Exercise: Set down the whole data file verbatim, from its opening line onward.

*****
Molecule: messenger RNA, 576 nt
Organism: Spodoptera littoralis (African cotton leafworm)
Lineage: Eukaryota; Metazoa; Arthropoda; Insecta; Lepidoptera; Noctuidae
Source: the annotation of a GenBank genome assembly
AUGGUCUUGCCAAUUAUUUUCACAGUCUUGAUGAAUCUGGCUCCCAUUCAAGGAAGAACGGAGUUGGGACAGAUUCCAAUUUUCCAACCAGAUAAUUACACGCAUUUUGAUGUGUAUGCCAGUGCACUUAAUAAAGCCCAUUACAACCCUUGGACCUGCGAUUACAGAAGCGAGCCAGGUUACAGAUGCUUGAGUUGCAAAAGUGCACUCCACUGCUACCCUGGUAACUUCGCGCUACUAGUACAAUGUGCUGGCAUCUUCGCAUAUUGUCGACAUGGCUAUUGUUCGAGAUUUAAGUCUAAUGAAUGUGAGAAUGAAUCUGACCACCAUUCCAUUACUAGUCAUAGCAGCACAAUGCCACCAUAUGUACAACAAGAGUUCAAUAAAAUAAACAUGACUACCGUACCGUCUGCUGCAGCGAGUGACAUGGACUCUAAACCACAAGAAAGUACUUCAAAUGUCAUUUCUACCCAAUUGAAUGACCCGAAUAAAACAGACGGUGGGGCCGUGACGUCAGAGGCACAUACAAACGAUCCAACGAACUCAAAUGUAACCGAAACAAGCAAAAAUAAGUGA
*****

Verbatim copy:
Molecule: messenger RNA, 576 nt
Organism: Spodoptera littoralis (African cotton leafworm)
Lineage: Eukaryota; Metazoa; Arthropoda; Insecta; Lepidoptera; Noctuidae
Source: the annotation of a GenBank genome assembly
AUGGUCUUGCCAAUUAUUUUCACAGUCUUGAUGAAUCUGGCUCCCAUUCAAGGAAGAACGGAGUUGGGACAGAUUCCAAUUUUCCAACCAGAUAAUUACACGCAUUUUGAUGUGUAUGCCAGUGCACUUAAUAAAGCCCAUUACAACCCUUGGACCUGCGAUUACAGAAGCGAGCCAGGUUACAGAUGCUUGAGUUGCAAAAGUGCACUCCACUGCUACCCUGGUAACUUCGCGCUACUAGUACAAUGUGCUGGCAUCUUCGCAUAUUGUCGACAUGGCUAUUGUUCGAGAUUUAAGUCUAAUGAAUGUGAGAAUGAAUCUGACCACCAUUCCAUUACUAGUCAUAGCAGCACAAUGCCACCAUAUGUACAACAAGAGUUCAAUAAAAUAAACAUGACUACCGUACCGUCUGCUGCAGCGAGUGACAUGGACUCUAAACCACAAGAAAGUACUUCAAAUGUCAUUUCUACCCAAUUGAAUGACCCGAAUAAAACAGACGGUGGGGCCGUGACGUCAGAGGCACAUACAAACGAUCCAACGAACUCAAAUGUAACCGAAACAAGCAAAAAUAAGUGA